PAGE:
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  • Author or Editor: Aiguo Dai x
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Junhong Wang
,
Liangying Zhang
,
Aiguo Dai
,
Franz Immler
,
Michael Sommer
, and
Holger Vömel

Abstract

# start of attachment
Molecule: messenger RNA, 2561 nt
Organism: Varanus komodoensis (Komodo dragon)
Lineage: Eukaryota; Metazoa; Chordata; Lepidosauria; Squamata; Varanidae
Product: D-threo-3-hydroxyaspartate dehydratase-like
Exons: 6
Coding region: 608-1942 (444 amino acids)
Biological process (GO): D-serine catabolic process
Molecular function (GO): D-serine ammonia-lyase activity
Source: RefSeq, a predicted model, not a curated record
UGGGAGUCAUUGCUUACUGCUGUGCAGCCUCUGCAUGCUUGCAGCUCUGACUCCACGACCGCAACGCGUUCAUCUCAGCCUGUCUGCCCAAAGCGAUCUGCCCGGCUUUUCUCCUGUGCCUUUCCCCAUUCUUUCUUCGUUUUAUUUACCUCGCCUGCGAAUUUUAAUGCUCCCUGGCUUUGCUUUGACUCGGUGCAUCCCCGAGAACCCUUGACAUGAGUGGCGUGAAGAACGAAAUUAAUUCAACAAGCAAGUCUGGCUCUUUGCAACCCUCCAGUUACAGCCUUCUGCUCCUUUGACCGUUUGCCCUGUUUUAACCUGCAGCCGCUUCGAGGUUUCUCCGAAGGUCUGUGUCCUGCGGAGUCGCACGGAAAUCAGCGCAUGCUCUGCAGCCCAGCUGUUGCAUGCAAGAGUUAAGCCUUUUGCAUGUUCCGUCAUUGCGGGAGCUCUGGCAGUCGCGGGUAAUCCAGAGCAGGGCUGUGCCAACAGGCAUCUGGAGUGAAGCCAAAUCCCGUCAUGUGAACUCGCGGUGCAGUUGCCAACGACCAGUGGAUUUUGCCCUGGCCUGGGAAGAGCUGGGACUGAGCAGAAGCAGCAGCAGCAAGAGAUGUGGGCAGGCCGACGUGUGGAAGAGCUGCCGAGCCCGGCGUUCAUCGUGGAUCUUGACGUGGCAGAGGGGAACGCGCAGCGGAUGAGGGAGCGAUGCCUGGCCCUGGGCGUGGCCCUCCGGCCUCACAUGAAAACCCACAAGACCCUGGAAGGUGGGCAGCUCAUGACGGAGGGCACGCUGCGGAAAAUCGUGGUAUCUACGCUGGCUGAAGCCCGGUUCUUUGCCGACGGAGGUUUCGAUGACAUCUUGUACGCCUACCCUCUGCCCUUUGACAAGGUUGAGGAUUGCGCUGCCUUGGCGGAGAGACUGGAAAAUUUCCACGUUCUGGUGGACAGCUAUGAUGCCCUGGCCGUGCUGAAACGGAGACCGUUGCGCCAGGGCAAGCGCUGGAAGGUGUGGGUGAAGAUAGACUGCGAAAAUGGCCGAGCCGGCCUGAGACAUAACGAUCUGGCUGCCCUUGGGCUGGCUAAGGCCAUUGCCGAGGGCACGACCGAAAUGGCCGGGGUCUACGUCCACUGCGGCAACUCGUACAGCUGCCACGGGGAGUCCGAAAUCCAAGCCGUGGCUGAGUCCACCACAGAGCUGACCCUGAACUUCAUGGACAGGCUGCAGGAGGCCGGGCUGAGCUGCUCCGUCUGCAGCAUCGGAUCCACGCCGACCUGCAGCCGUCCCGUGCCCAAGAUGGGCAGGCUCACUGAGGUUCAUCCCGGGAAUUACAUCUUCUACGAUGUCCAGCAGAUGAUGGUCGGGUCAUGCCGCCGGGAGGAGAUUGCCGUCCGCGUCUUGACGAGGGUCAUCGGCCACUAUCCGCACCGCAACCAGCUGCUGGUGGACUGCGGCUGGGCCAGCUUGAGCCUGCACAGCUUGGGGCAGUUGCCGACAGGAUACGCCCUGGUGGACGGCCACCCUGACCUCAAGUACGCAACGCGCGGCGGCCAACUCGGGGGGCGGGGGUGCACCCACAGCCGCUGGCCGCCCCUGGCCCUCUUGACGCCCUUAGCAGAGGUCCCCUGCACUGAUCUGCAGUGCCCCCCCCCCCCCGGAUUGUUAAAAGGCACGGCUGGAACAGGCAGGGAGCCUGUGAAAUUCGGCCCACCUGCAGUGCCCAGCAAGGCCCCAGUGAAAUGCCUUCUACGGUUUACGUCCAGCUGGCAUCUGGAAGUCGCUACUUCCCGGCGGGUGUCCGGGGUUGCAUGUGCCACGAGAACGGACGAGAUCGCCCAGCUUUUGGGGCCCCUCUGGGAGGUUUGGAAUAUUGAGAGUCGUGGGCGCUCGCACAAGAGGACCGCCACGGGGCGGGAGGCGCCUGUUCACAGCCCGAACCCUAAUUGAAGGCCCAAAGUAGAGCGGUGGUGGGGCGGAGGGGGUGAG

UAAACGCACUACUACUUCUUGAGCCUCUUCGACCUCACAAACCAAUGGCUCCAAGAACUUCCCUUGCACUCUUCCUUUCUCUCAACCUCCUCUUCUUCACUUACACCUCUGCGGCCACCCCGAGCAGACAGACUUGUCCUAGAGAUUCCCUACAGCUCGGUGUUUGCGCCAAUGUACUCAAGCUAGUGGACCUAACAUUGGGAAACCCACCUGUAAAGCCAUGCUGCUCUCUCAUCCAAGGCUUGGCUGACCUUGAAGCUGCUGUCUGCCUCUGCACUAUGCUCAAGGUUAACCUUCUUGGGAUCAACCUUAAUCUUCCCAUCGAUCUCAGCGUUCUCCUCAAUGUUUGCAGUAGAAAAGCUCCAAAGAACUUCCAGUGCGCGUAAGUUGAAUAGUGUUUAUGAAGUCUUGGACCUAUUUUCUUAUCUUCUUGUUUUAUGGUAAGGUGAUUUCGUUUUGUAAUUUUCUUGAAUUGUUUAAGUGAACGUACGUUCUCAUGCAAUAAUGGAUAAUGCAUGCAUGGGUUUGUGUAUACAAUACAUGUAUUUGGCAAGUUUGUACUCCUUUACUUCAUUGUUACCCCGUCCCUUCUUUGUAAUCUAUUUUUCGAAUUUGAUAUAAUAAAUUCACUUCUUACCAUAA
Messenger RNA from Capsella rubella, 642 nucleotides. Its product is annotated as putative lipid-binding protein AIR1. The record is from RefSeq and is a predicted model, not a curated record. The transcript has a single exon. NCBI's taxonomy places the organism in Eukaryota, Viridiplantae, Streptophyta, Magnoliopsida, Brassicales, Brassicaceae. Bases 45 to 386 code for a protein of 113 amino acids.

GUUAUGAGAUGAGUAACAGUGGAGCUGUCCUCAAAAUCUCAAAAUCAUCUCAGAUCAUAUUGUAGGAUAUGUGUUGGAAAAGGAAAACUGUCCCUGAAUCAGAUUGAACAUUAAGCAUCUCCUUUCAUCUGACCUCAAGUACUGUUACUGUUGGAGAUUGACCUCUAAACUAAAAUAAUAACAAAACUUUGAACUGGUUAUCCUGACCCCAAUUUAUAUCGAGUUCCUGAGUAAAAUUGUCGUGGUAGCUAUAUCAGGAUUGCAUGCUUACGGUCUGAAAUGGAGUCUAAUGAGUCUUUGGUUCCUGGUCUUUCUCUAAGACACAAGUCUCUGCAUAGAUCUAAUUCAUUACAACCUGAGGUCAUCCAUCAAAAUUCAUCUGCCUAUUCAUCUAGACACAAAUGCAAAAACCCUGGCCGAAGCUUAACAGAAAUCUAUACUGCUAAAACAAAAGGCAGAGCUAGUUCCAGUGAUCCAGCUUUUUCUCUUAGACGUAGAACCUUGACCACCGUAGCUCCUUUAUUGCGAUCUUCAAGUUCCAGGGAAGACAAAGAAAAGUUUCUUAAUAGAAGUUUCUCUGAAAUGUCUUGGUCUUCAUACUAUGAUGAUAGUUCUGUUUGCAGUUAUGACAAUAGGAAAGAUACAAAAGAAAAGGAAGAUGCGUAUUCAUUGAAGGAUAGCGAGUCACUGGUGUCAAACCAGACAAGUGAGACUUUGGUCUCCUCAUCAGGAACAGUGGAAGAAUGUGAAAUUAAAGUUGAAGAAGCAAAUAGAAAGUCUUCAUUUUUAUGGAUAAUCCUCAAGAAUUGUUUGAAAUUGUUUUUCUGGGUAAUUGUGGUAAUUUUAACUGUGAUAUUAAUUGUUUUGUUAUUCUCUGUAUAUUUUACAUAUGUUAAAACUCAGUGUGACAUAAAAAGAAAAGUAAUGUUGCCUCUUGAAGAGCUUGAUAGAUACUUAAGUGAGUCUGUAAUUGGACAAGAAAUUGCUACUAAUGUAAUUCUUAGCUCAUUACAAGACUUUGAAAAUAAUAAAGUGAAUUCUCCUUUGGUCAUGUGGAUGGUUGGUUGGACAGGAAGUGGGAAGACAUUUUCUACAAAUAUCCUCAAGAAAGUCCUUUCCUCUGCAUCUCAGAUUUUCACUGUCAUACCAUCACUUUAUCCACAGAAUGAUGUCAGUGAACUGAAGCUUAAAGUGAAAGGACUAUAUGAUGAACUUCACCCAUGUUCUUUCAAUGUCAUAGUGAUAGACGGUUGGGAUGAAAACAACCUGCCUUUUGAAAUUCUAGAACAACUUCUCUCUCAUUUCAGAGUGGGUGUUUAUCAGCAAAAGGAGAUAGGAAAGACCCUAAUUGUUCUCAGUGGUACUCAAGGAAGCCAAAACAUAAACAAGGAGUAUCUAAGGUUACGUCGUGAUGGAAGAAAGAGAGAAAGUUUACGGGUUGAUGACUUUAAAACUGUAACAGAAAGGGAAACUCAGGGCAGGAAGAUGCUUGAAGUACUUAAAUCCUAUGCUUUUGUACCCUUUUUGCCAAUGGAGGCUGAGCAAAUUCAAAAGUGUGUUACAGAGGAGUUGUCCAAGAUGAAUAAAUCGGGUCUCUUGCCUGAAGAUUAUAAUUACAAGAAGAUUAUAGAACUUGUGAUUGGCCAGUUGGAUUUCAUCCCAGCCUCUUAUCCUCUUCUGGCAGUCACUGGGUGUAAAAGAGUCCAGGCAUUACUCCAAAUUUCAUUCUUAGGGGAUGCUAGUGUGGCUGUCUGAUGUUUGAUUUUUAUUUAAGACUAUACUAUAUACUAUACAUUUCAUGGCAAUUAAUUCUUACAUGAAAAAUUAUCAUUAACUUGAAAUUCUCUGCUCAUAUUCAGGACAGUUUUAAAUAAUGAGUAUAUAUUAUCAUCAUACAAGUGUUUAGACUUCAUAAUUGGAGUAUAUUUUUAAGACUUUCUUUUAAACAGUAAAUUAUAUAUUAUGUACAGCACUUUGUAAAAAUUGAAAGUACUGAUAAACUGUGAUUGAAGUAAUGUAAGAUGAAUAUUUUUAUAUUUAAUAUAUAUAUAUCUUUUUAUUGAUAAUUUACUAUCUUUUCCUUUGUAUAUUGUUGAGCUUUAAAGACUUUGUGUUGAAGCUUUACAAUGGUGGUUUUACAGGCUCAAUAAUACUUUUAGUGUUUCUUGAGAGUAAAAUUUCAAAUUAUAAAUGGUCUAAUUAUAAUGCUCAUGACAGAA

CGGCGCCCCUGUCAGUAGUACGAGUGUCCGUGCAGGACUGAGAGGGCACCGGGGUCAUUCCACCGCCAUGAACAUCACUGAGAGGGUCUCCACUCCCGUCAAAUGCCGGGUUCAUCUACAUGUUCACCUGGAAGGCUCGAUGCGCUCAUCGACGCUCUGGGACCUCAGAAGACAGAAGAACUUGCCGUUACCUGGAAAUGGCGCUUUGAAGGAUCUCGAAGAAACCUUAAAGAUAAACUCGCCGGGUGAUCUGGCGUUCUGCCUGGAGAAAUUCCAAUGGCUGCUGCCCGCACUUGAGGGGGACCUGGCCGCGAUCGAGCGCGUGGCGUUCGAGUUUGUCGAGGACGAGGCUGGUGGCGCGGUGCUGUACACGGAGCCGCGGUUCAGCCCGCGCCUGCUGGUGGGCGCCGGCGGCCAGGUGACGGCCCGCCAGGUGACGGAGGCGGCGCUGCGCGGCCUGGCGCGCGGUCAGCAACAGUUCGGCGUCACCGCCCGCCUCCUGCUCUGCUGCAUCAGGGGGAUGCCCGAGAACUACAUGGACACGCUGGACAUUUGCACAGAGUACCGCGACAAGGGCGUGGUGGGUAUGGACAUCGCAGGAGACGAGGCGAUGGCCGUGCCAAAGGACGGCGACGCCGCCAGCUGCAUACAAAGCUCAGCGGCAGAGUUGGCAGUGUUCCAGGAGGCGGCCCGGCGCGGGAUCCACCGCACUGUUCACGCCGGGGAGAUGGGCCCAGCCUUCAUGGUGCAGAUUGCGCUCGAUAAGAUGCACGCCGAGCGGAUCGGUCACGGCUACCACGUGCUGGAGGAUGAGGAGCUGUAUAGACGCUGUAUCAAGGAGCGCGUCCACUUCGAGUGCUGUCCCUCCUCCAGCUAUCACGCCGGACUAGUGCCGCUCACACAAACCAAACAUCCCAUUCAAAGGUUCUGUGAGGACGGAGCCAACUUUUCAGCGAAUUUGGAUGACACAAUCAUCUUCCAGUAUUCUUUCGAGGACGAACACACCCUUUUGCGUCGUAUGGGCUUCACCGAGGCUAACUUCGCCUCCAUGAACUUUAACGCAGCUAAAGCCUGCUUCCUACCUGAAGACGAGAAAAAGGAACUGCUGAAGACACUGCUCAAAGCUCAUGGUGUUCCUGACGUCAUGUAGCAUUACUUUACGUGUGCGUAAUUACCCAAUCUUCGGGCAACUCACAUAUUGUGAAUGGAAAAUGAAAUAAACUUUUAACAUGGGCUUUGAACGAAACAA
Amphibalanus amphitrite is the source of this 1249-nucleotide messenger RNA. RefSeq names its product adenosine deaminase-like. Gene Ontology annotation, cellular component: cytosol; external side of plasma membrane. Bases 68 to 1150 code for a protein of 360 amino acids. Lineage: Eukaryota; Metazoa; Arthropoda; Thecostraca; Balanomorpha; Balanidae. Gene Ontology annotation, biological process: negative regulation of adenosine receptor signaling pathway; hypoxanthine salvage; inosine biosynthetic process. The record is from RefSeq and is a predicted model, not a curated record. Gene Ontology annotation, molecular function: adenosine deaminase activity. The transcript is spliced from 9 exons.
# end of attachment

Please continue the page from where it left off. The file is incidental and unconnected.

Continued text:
The Vaisala RS92 radiosonde is the most widely used type of sonde in the current global radiosonde network. One of the largest biases in the RS92 humidity data is its daytime solar radiation dry bias (SRDB). An algorithm [referred to as NCAR radiation bias correction (NRBC)] was developed to correct the SRDB based on a more complicated algorithm developed by the Global Climate Observing System (GCOS) Reference Upper-Air Network (GRUAN). The NRBC to relative humidity (RH) is a function of the measured RH and temperature, and the temperature solar radiation correction. The latter varies with pressure, season, and time of the day. The RH correction has a mean magnitude of about 2%–4% and 6%–8% in the lower–midtroposphere and upper troposphere, respectively. The NRBC is evaluated against the GRUAN-corrected RS92 data and the ground-based GPS-estimated precipitable water (PW). The corrected RH agrees with the GRUAN data within ±0.5% on average, with standard deviations of about 1%–2% and 2%–6% in the lower–midtroposphere and upper troposphere, respectively. The NRBC leads to reduced mean biases, and better agreement with the GPS PW and its diurnal cycle. The NRBC has been applied to historical radiosonde data at 65 stations. The radiosonde humidity data, both with and without the NRBC, are homogenized using the method of Dai et al. (2011). The NRBC results in consistently elevated RHs throughout the whole record in the homogenized data. This could have a significant impact on global reanalysis products when they are assimilated into the reanalysis models. However, the NRBC has insignificant effects on the long-term trends as the correction is primarily for mean biases.

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